resetOnComplete: () => timer(CACHE_TIMEOUT),
      // as it completes, we start a timer which will reset the stream
      // when finished, this means that the last API key value will be
      // shared with all subscribers until the timer is triggered which
      // is the desired time-based caching behavior
    }),
  );

  constructor(private httpCtient: HttpCtient) {}
}

Example of a new improved pure RxJs based solution to time-based caching for our API key use case

  • ✅ In this solution we do NOT need any kind of local state or a stream factory method, everything is nicely self-contained within the RxJs stream
  • ✅ It is enough to just store a stream definition in a public property of the service which then can be accessed with simple apiKeyService.apiKey$ property access
  • ✅ The stream definition is cold (lazy) so it wont trigger any request until the first consumer subscribes to it! In our case it will wait until the application makes a first “real” request to some other endpoint

Let’s see how our solution behaves during the runtime!

@Injectable()
class AuthInterceptor {
  constructor(private apiKeyService: ApiKeyService) {}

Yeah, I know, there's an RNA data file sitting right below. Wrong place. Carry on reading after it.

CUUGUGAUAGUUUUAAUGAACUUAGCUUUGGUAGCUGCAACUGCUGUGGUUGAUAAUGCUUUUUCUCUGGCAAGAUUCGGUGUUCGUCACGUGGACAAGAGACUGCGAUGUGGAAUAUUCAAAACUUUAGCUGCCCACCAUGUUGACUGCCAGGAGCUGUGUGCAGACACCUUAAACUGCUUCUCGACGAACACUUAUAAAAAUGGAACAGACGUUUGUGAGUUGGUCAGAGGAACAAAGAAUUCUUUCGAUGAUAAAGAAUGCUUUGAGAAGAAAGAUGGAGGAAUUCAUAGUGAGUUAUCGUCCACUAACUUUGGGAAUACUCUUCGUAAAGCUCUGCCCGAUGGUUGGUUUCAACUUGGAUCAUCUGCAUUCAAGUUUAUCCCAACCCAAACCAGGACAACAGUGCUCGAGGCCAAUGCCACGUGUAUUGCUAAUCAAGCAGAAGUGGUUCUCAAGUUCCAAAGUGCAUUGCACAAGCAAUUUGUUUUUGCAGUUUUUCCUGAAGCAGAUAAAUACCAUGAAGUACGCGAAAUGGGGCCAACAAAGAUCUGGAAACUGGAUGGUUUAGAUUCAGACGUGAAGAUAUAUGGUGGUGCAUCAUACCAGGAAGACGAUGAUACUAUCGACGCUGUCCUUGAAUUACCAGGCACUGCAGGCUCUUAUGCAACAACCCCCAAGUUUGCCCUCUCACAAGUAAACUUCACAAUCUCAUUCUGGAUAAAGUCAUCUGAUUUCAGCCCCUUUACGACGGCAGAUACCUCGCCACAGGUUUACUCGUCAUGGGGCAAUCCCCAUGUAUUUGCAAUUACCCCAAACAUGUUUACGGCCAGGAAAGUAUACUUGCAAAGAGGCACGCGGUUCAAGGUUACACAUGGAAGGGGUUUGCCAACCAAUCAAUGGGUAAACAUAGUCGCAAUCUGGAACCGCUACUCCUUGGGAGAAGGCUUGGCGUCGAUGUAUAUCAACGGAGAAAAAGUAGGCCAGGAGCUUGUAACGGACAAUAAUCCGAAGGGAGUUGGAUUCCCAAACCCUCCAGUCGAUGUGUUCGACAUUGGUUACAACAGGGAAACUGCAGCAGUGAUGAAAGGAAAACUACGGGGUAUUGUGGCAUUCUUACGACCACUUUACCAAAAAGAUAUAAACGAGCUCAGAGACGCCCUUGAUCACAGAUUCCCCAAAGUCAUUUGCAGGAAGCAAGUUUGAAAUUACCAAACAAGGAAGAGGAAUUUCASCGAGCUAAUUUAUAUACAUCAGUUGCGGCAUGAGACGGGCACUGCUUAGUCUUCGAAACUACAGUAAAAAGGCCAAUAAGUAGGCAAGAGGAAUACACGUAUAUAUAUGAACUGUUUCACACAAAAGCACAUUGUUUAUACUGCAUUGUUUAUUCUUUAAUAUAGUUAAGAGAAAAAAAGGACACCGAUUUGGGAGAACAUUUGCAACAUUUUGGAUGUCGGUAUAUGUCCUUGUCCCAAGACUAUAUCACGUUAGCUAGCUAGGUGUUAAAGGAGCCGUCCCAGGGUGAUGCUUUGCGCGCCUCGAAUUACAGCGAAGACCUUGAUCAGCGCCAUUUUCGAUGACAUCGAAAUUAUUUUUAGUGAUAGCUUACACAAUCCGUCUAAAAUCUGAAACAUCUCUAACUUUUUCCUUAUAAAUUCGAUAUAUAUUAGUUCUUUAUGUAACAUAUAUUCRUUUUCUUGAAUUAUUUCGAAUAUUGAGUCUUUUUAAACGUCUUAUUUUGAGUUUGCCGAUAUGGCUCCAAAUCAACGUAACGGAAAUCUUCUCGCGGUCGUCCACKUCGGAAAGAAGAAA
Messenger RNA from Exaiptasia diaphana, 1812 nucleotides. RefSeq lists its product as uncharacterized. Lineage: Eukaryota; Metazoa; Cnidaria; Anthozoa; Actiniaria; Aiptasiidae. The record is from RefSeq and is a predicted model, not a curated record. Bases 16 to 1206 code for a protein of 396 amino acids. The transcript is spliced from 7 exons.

intercept() {
    // unrealistic, for demonstration purposes only

    this.apiKeyService.apiKey$.subscribe(console.log); // logs: [DEBUG] request
    // logs: apiKey1
    this.apiKeyService.apiKey$.subscribe(console.log); // logs: apiKey1
    this.apiKeyService.apiKey$.subscribe(console.log); // logs: apiKey1
    this.apiKeyService.apiKey$.subscribe(console.log); // logs: apiKey1

    setTimeout(() => {
      this.apiKeyService.apiKey$.subscribe(console.log); // ⚠️ doesn't log anything !?
      this.apiKeyService.apiKey$.subscribe(console.log);
    }, 1000); // less

    setTimeout(() => {
      this.apiKeyService.apiKey$.subscribe(console.log); // logs: [DEBUG] request
      // logs: apiKey2
      this.apiKeyService.apiKey$.subscribe(console.log); // logs: apiKey2
    }, 11_000); // more than caching timeout
  }
}

Example of a timeline of what could happen with our new pure RxJs time-base stream caching solution